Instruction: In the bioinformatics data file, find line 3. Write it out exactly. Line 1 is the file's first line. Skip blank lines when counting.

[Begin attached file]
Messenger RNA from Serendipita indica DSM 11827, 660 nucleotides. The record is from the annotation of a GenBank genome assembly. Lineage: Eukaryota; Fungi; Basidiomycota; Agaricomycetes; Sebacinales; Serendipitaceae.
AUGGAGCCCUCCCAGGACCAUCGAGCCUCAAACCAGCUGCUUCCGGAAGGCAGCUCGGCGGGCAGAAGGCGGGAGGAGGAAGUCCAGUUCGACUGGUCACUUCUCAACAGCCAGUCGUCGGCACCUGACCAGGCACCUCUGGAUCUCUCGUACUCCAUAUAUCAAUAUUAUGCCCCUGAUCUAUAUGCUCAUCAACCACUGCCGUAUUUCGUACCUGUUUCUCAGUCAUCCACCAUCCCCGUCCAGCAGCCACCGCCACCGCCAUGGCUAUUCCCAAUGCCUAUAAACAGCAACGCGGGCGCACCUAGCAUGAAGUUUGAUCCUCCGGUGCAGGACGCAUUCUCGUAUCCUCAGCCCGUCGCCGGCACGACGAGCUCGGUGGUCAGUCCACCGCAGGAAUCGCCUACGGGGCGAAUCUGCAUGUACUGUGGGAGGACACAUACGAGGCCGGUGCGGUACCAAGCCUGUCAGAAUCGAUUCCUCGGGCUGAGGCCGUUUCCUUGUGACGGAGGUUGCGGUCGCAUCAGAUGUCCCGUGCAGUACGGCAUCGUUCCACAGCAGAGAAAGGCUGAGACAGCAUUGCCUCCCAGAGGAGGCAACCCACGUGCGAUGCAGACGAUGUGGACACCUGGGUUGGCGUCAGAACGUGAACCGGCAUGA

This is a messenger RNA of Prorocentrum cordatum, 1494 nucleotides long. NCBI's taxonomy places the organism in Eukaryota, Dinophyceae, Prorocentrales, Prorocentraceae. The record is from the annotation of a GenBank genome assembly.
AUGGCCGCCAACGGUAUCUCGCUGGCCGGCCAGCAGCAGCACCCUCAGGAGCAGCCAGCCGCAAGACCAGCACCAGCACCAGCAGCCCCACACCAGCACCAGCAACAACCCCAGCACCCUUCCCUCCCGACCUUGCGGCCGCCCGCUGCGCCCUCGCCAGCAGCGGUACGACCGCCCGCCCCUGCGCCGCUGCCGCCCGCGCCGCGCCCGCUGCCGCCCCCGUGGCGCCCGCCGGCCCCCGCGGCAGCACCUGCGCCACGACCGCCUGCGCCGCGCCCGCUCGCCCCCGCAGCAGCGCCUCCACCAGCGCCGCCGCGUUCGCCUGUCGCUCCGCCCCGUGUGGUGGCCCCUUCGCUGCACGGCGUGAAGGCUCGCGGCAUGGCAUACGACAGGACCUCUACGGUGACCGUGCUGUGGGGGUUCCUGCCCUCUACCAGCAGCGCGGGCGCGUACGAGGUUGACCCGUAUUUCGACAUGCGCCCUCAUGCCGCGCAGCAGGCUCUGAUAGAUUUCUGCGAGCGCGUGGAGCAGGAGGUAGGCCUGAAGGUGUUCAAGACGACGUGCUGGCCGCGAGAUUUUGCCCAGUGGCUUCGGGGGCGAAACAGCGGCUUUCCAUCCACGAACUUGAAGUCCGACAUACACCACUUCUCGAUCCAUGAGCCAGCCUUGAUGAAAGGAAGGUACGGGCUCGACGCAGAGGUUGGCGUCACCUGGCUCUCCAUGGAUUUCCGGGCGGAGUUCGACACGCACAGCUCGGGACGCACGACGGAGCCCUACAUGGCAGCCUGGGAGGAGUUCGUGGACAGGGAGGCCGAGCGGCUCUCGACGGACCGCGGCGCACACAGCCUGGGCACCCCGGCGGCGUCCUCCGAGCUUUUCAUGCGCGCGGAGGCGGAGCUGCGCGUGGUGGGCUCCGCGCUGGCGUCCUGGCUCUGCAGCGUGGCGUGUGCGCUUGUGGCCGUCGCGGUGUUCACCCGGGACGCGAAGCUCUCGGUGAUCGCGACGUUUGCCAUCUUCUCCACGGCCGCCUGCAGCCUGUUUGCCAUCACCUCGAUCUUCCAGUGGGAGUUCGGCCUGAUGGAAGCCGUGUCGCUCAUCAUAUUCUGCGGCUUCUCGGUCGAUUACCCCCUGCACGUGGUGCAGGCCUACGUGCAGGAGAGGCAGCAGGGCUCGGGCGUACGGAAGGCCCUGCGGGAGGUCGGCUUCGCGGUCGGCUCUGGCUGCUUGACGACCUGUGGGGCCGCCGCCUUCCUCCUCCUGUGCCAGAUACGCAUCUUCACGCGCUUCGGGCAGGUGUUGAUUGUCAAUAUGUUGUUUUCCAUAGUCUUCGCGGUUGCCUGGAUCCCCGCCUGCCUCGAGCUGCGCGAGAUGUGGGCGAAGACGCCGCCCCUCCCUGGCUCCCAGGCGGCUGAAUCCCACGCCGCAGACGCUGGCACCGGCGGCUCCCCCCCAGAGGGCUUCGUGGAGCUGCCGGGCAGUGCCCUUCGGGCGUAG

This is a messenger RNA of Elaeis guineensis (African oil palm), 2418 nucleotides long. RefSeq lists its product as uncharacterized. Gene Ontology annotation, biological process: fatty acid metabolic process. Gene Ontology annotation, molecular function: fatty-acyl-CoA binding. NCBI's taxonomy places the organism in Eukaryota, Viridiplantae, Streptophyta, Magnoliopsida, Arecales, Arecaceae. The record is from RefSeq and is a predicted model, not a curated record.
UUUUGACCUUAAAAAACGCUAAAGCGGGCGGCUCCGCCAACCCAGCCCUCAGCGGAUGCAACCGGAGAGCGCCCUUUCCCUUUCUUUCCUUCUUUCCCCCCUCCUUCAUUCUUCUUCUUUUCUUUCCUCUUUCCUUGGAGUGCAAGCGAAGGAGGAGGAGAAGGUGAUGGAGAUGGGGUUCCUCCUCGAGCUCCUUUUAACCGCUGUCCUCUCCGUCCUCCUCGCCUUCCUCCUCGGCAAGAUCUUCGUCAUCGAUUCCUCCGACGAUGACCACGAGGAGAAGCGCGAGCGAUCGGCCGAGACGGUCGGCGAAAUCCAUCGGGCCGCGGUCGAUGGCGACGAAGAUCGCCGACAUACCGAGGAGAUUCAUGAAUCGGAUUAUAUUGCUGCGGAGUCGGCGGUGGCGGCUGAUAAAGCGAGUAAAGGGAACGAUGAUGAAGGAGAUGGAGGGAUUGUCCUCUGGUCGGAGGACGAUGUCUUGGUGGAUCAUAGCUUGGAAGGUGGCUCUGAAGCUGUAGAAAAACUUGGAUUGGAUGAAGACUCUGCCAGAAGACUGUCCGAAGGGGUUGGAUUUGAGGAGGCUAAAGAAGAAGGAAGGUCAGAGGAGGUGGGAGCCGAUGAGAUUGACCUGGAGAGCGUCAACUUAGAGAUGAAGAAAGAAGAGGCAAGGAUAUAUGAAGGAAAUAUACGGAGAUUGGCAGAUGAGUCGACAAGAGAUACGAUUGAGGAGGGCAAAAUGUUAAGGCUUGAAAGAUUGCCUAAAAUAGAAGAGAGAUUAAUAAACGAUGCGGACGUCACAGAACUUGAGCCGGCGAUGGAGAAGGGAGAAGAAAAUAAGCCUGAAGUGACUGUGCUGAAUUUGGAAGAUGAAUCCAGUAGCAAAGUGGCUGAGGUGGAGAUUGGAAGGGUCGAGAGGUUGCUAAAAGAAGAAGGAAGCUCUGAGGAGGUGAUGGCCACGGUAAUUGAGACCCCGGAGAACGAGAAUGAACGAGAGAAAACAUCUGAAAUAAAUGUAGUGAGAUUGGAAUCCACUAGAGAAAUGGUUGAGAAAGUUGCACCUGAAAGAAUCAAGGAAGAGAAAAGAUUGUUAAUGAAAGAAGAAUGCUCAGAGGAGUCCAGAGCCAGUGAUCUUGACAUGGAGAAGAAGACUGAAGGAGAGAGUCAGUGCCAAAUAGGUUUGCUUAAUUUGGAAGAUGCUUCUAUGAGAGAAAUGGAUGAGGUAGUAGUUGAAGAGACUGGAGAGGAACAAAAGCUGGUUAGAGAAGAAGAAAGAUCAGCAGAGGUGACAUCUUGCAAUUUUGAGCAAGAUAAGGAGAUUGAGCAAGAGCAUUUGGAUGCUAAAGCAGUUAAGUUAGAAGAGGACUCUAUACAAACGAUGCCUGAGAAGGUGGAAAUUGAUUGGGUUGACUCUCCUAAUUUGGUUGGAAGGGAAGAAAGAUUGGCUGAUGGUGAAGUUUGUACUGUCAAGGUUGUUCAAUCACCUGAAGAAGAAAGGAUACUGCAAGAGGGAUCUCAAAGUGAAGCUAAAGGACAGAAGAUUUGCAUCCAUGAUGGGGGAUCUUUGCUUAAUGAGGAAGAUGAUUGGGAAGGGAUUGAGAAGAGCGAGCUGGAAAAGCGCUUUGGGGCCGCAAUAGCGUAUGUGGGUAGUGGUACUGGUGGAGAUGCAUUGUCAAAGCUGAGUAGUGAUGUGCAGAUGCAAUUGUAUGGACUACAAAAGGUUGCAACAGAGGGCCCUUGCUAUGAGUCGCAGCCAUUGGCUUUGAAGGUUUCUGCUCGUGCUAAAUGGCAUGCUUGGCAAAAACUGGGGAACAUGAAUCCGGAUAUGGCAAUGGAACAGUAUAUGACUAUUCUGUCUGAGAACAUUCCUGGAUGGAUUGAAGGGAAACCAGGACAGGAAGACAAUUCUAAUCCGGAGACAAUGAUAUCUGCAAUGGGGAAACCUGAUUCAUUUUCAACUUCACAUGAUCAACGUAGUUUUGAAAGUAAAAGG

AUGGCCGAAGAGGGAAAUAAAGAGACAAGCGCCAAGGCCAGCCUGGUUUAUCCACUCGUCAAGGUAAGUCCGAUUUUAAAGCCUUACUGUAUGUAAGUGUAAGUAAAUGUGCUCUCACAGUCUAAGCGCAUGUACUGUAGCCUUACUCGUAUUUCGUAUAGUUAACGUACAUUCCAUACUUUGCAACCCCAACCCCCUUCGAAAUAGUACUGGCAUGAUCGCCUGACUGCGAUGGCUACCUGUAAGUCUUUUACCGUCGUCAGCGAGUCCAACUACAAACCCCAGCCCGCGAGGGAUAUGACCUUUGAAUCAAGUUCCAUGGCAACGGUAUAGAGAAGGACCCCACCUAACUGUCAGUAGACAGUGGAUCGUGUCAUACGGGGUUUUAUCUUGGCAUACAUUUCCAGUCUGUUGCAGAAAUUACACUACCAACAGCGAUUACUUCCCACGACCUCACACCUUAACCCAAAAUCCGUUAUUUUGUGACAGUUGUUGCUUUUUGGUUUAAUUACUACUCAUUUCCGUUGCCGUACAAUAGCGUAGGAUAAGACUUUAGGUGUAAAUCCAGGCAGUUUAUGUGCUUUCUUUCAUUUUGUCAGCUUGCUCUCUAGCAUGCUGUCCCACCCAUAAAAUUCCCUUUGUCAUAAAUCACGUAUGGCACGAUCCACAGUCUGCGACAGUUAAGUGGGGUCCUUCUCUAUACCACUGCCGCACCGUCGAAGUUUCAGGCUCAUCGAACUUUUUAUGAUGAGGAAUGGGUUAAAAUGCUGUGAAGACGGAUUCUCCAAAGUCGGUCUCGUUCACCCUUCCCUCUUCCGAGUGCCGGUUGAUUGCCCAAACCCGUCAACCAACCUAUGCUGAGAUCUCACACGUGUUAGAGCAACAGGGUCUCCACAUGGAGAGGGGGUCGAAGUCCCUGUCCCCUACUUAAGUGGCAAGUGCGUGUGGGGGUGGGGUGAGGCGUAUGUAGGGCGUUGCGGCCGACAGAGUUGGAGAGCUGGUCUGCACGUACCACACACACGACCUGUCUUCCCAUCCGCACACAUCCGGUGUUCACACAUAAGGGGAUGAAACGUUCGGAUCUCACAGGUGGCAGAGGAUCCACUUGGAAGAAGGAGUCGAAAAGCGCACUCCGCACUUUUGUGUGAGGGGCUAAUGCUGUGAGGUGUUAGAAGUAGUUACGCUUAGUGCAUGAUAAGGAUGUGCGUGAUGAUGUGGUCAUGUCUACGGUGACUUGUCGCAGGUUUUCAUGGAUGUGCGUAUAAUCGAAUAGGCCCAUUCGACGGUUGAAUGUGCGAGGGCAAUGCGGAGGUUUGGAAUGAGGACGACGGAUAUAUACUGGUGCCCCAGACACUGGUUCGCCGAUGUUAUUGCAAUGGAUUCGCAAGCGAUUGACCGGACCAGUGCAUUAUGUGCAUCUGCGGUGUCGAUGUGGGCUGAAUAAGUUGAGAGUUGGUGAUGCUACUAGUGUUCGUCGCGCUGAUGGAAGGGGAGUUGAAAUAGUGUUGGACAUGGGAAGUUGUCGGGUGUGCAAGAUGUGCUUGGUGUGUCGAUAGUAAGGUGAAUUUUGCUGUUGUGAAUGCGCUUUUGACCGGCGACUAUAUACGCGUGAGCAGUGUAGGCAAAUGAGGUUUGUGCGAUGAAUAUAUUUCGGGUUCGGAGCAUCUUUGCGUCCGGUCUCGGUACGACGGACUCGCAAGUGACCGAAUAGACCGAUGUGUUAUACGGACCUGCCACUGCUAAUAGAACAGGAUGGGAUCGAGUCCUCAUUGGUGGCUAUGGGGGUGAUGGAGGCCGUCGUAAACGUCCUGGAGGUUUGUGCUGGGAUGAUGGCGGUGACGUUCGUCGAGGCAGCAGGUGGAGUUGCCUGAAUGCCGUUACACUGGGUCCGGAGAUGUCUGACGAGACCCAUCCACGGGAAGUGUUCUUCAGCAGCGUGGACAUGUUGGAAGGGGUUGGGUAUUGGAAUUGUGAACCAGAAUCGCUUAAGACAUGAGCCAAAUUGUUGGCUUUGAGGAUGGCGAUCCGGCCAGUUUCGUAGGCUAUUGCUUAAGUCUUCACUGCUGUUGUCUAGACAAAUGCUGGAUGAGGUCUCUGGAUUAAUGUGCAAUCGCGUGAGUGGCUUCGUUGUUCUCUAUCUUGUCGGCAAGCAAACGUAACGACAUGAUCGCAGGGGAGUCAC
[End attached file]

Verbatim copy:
This is a messenger RNA of Prorocentrum cordatum, 1494 nucleotides long. NCBI's taxonomy places the organism in Eukaryota, Dinophyceae, Prorocentrales, Prorocentraceae. The record is from the annotation of a GenBank genome assembly.